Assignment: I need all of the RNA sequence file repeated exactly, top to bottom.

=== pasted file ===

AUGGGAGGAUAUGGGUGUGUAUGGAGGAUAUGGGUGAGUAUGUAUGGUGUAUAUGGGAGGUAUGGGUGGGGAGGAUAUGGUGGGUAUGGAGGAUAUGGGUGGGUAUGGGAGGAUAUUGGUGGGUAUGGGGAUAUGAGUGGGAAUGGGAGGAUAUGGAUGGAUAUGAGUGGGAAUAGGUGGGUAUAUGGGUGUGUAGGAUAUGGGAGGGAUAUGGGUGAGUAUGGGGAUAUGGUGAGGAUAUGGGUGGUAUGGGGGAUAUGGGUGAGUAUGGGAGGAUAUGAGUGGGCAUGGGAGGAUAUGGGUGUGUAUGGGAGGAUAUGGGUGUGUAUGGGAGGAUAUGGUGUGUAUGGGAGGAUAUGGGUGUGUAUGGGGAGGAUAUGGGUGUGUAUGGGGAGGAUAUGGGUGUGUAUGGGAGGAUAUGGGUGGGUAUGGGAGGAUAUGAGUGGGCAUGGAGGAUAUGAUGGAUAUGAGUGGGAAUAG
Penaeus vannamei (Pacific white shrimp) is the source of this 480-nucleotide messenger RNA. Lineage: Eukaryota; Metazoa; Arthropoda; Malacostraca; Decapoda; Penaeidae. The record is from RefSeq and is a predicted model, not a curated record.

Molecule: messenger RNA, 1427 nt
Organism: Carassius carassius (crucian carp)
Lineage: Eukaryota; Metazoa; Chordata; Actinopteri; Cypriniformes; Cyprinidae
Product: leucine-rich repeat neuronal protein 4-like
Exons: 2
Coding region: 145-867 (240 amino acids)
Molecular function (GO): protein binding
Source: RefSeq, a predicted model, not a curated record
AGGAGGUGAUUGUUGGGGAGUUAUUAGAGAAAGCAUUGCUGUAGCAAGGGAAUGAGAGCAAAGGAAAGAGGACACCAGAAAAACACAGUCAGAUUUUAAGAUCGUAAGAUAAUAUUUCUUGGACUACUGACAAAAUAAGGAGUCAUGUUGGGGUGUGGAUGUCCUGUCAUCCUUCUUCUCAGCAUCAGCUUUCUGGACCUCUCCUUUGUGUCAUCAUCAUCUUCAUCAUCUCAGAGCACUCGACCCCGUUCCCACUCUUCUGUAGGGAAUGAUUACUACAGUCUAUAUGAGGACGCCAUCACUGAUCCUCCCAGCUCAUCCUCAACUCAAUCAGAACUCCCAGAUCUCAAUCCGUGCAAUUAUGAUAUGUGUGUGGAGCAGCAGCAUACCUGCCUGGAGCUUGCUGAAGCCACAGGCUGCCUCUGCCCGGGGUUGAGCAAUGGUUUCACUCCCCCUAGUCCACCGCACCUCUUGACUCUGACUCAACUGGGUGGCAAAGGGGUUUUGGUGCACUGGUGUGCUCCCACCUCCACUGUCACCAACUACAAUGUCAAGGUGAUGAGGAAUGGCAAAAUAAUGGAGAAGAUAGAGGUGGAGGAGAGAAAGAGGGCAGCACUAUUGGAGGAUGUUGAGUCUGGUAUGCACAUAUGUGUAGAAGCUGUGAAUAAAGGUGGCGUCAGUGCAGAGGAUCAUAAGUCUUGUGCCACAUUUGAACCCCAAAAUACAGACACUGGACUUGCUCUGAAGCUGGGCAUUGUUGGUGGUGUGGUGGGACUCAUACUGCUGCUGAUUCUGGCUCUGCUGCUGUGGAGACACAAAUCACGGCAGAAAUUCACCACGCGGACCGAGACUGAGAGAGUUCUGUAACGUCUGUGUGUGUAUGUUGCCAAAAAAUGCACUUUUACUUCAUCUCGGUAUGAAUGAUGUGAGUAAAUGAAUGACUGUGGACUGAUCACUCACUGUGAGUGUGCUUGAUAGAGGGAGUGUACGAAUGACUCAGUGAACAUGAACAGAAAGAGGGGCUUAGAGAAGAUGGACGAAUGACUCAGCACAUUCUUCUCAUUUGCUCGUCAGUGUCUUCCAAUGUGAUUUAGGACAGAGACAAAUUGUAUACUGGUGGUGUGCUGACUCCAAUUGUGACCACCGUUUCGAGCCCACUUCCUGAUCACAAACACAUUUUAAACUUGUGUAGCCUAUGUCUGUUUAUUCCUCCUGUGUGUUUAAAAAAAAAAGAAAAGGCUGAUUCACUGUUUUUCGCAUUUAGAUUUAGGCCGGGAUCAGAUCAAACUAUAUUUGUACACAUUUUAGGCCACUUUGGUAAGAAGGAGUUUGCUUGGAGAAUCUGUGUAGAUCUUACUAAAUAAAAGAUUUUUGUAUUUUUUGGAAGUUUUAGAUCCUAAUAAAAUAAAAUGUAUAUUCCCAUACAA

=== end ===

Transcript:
AUGGGAGGAUAUGGGUGUGUAUGGAGGAUAUGGGUGAGUAUGUAUGGUGUAUAUGGGAGGUAUGGGUGGGGAGGAUAUGGUGGGUAUGGAGGAUAUGGGUGGGUAUGGGAGGAUAUUGGUGGGUAUGGGGAUAUGAGUGGGAAUGGGAGGAUAUGGAUGGAUAUGAGUGGGAAUAGGUGGGUAUAUGGGUGUGUAGGAUAUGGGAGGGAUAUGGGUGAGUAUGGGGAUAUGGUGAGGAUAUGGGUGGUAUGGGGGAUAUGGGUGAGUAUGGGAGGAUAUGAGUGGGCAUGGGAGGAUAUGGGUGUGUAUGGGAGGAUAUGGGUGUGUAUGGGAGGAUAUGGUGUGUAUGGGAGGAUAUGGGUGUGUAUGGGGAGGAUAUGGGUGUGUAUGGGGAGGAUAUGGGUGUGUAUGGGAGGAUAUGGGUGGGUAUGGGAGGAUAUGAGUGGGCAUGGAGGAUAUGAUGGAUAUGAGUGGGAAUAG
Penaeus vannamei (Pacific white shrimp) is the source of this 480-nucleotide messenger RNA. Lineage: Eukaryota; Metazoa; Arthropoda; Malacostraca; Decapoda; Penaeidae. The record is from RefSeq and is a predicted model, not a curated record.

Molecule: messenger RNA, 1427 nt
Organism: Carassius carassius (crucian carp)
Lineage: Eukaryota; Metazoa; Chordata; Actinopteri; Cypriniformes; Cyprinidae
Product: leucine-rich repeat neuronal protein 4-like
Exons: 2
Coding region: 145-867 (240 amino acids)
Molecular function (GO): protein binding
Source: RefSeq, a predicted model, not a curated record
AGGAGGUGAUUGUUGGGGAGUUAUUAGAGAAAGCAUUGCUGUAGCAAGGGAAUGAGAGCAAAGGAAAGAGGACACCAGAAAAACACAGUCAGAUUUUAAGAUCGUAAGAUAAUAUUUCUUGGACUACUGACAAAAUAAGGAGUCAUGUUGGGGUGUGGAUGUCCUGUCAUCCUUCUUCUCAGCAUCAGCUUUCUGGACCUCUCCUUUGUGUCAUCAUCAUCUUCAUCAUCUCAGAGCACUCGACCCCGUUCCCACUCUUCUGUAGGGAAUGAUUACUACAGUCUAUAUGAGGACGCCAUCACUGAUCCUCCCAGCUCAUCCUCAACUCAAUCAGAACUCCCAGAUCUCAAUCCGUGCAAUUAUGAUAUGUGUGUGGAGCAGCAGCAUACCUGCCUGGAGCUUGCUGAAGCCACAGGCUGCCUCUGCCCGGGGUUGAGCAAUGGUUUCACUCCCCCUAGUCCACCGCACCUCUUGACUCUGACUCAACUGGGUGGCAAAGGGGUUUUGGUGCACUGGUGUGCUCCCACCUCCACUGUCACCAACUACAAUGUCAAGGUGAUGAGGAAUGGCAAAAUAAUGGAGAAGAUAGAGGUGGAGGAGAGAAAGAGGGCAGCACUAUUGGAGGAUGUUGAGUCUGGUAUGCACAUAUGUGUAGAAGCUGUGAAUAAAGGUGGCGUCAGUGCAGAGGAUCAUAAGUCUUGUGCCACAUUUGAACCCCAAAAUACAGACACUGGACUUGCUCUGAAGCUGGGCAUUGUUGGUGGUGUGGUGGGACUCAUACUGCUGCUGAUUCUGGCUCUGCUGCUGUGGAGACACAAAUCACGGCAGAAAUUCACCACGCGGACCGAGACUGAGAGAGUUCUGUAACGUCUGUGUGUGUAUGUUGCCAAAAAAUGCACUUUUACUUCAUCUCGGUAUGAAUGAUGUGAGUAAAUGAAUGACUGUGGACUGAUCACUCACUGUGAGUGUGCUUGAUAGAGGGAGUGUACGAAUGACUCAGUGAACAUGAACAGAAAGAGGGGCUUAGAGAAGAUGGACGAAUGACUCAGCACAUUCUUCUCAUUUGCUCGUCAGUGUCUUCCAAUGUGAUUUAGGACAGAGACAAAUUGUAUACUGGUGGUGUGCUGACUCCAAUUGUGACCACCGUUUCGAGCCCACUUCCUGAUCACAAACACAUUUUAAACUUGUGUAGCCUAUGUCUGUUUAUUCCUCCUGUGUGUUUAAAAAAAAAAGAAAAGGCUGAUUCACUGUUUUUCGCAUUUAGAUUUAGGCCGGGAUCAGAUCAAACUAUAUUUGUACACAUUUUAGGCCACUUUGGUAAGAAGGAGUUUGCUUGGAGAAUCUGUGUAGAUCUUACUAAAUAAAAGAUUUUUGUAUUUUUUGGAAGUUUUAGAUCCUAAUAAAAUAAAAUGUAUAUUCCCAUACAA